Other articles turned into books and award-winning movies. For instance: Philomena. If you didn’t see it, you probably heard about it. The true story of an Irish woman whose son was taken away from her by nuns.
For years, Philomena wondered what had become of him, while she started a new family who knew nothing about him. Then one day she decided she had to find him, and set out on a journey that would lead her to the US – a happy discovery – and heartbreak too.
The journalist Martin Sixsmith wrote a book about it, and then an article for Harriet. It was a great story, beautifully written. As usual there was a bit of to and fro over what to show, and what to hold back. (That’s what editors are for.) And when it was published, the actor Steve Coogan read the article.
He decided immediately to turn it into a film. As Coogan told another major paper, it was the article that triggered his excitement:
But we want to be clear about one thing. Philomena was not ABOUT somebody famous, or well connected. It was about a seemingly ordinary person with an extraordinary story.
And here’s another thing: there are millions of extraordinary family stories out there. Perhaps yours is one of them.
Let’s look at this from the writer’s perspective…
As a writer, John-Paul worked for years for the best papers and magazines in English. He’s published five books, in 16 languages worldwide, including fiction, and two memoirs. The late Nobel prize winner Harold Pinter once said this about John-Paul’s writing:
“Very good. Very funny… In fact, it made me laugh”
- Harold Pinter, writer and Nobel Prize winner
But John-Paul knows how hard it can be. He learned by experience that people won’t always like what you write. Even including your agent. And editors don’t always return calls. Even publishers who say they love your work might suggest radical surgery.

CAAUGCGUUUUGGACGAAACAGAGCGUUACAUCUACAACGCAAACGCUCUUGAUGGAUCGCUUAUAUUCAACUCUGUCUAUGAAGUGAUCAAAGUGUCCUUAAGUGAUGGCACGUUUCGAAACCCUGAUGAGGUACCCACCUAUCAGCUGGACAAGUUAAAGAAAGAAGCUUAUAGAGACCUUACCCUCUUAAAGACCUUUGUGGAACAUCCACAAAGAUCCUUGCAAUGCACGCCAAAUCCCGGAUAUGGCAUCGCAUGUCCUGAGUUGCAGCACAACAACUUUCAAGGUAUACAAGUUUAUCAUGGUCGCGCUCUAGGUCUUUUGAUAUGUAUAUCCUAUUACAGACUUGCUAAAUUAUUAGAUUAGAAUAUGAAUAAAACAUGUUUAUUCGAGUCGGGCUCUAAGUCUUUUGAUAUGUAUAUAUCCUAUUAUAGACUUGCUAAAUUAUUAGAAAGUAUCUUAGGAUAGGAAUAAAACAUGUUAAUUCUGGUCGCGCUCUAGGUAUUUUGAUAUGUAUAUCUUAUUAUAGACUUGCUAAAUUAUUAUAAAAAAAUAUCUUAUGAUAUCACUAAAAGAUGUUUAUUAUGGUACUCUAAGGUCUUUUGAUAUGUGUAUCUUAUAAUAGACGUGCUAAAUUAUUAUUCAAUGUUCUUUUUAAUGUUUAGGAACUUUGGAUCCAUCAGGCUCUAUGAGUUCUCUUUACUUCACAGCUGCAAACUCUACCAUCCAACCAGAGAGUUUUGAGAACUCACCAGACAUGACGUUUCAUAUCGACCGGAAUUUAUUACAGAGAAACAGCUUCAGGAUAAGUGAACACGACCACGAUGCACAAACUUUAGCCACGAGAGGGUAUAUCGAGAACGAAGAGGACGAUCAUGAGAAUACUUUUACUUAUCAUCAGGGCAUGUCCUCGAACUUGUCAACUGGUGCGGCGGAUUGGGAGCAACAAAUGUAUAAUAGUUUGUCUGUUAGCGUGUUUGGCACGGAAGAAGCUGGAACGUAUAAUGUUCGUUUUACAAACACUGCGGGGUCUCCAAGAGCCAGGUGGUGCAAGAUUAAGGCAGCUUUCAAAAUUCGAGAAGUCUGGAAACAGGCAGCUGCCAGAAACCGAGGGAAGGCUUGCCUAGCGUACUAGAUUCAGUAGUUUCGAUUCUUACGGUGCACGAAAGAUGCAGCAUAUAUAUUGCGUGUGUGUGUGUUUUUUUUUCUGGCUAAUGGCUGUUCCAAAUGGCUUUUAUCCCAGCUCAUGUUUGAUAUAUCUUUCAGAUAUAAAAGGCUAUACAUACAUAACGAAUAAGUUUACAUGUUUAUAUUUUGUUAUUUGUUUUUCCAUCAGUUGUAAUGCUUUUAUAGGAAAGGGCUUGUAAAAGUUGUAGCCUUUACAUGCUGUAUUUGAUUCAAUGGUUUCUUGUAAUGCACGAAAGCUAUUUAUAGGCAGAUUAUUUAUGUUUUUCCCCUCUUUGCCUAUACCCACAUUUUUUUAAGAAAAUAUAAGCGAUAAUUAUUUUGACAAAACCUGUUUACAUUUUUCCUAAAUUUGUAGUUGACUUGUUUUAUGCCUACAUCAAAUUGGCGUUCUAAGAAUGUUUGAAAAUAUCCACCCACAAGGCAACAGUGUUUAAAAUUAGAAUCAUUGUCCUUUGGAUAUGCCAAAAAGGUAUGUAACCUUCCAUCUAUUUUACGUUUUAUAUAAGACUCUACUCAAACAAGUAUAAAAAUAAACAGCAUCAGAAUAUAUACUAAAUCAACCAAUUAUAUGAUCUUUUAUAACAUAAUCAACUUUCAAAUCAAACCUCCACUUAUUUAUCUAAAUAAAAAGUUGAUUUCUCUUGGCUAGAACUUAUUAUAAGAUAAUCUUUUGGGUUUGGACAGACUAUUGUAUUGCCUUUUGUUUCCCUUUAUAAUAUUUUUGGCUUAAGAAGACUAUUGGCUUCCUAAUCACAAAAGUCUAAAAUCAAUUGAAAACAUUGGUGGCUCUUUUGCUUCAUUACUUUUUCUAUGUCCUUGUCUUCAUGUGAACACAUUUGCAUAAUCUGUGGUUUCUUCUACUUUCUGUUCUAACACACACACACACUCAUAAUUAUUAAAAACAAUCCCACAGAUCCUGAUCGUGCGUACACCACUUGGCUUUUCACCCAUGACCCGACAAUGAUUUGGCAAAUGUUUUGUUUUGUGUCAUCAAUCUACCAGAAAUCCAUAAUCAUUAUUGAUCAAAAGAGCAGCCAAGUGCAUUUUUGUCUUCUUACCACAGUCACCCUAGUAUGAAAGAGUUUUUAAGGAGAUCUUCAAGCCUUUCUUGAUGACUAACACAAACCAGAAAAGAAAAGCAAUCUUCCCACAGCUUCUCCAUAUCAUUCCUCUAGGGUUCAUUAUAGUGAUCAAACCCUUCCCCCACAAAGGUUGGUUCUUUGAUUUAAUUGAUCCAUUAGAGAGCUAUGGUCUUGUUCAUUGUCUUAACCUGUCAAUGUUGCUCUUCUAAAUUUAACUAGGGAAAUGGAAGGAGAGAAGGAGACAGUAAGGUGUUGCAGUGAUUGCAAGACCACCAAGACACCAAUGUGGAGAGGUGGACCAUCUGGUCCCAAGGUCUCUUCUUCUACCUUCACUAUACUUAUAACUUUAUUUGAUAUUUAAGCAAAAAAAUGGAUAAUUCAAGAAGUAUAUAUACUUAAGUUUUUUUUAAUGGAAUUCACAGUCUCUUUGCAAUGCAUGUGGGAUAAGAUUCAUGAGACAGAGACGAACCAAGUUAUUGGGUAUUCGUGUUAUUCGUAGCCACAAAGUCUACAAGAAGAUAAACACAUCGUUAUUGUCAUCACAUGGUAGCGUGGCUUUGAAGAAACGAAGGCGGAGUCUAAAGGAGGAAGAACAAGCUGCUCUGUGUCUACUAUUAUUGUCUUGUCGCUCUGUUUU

Out of frustration, he taught himself to self-publish one book, and crowd-funded another. Probably the hardest things he ever did, but eventually both books were published by “proper” publishers. And reviewers were generous:
“I found the book intriguing, joyously difficult to put down. It kept calling me back from whatever I was doing, urging me to read on. The form feels anarchic yet sumptuous. A feast for readers who enjoy their books stylishly written and cleverly plotted.” – Victoria Lambert
“I couldn’t put it down. It was moving and utterly brilliant”
– Rachael Matthews
And John-Paul felt incredibly grateful for all the support he’d received. (Read that last bit again. It’s terribly important. We’ll be coming back to that.)
Over seven years, as a visiting faculty member at The School of Life, he’s taught several thousand people.
“We love you JP”
- Alain de Botton, founder, The School of Life
In short, we’ve got a lot to share with you
In The Family Project, we show you:
1. how to find your story,
2. give it shape,
3. heighten the emotional impact, and
4. share it widely (if that’s what you want)
Sound alright? You’ll have to do the work, obviously. Your Family Project won’t write itself. But if you hit a wall, we’ll be there to help.
So: are you excited about the possibility of finding, shaping and telling your family story?
Hurrah! We thought so. But you probably have lots of questions.